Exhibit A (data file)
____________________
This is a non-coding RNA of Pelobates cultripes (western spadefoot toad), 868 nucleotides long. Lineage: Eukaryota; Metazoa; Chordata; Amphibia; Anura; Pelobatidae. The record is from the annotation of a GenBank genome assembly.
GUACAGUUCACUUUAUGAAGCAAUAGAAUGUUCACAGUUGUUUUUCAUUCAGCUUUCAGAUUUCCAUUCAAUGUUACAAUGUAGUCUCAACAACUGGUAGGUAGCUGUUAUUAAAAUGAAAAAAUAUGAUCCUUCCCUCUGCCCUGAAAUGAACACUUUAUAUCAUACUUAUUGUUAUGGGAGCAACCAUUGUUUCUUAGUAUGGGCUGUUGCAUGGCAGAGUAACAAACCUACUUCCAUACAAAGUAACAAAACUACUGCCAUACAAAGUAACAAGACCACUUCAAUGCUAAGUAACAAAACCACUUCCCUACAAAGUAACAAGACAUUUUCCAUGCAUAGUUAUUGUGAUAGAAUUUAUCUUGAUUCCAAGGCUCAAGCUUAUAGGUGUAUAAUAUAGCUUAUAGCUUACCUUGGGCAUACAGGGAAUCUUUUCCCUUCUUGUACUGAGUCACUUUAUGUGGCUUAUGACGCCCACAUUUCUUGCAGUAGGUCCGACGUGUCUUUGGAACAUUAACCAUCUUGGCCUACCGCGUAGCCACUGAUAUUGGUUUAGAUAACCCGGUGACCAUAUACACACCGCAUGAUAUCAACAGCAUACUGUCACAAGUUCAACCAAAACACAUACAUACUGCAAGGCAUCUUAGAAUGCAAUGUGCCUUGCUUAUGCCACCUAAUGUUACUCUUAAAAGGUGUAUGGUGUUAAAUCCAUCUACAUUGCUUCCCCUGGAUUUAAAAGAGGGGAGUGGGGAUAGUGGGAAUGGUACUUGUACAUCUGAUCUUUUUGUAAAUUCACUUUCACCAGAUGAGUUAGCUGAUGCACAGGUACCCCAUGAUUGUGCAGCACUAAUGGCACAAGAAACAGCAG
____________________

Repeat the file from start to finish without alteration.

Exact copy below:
This is a non-coding RNA of Pelobates cultripes (western spadefoot toad), 868 nucleotides long. Lineage: Eukaryota; Metazoa; Chordata; Amphibia; Anura; Pelobatidae. The record is from the annotation of a GenBank genome assembly.
GUACAGUUCACUUUAUGAAGCAAUAGAAUGUUCACAGUUGUUUUUCAUUCAGCUUUCAGAUUUCCAUUCAAUGUUACAAUGUAGUCUCAACAACUGGUAGGUAGCUGUUAUUAAAAUGAAAAAAUAUGAUCCUUCCCUCUGCCCUGAAAUGAACACUUUAUAUCAUACUUAUUGUUAUGGGAGCAACCAUUGUUUCUUAGUAUGGGCUGUUGCAUGGCAGAGUAACAAACCUACUUCCAUACAAAGUAACAAAACUACUGCCAUACAAAGUAACAAGACCACUUCAAUGCUAAGUAACAAAACCACUUCCCUACAAAGUAACAAGACAUUUUCCAUGCAUAGUUAUUGUGAUAGAAUUUAUCUUGAUUCCAAGGCUCAAGCUUAUAGGUGUAUAAUAUAGCUUAUAGCUUACCUUGGGCAUACAGGGAAUCUUUUCCCUUCUUGUACUGAGUCACUUUAUGUGGCUUAUGACGCCCACAUUUCUUGCAGUAGGUCCGACGUGUCUUUGGAACAUUAACCAUCUUGGCCUACCGCGUAGCCACUGAUAUUGGUUUAGAUAACCCGGUGACCAUAUACACACCGCAUGAUAUCAACAGCAUACUGUCACAAGUUCAACCAAAACACAUACAUACUGCAAGGCAUCUUAGAAUGCAAUGUGCCUUGCUUAUGCCACCUAAUGUUACUCUUAAAAGGUGUAUGGUGUUAAAUCCAUCUACAUUGCUUCCCCUGGAUUUAAAAGAGGGGAGUGGGGAUAGUGGGAAUGGUACUUGUACAUCUGAUCUUUUUGUAAAUUCACUUUCACCAGAUGAGUUAGCUGAUGCACAGGUACCCCAUGAUUGUGCAGCACUAAUGGCACAAGAAACAGCAG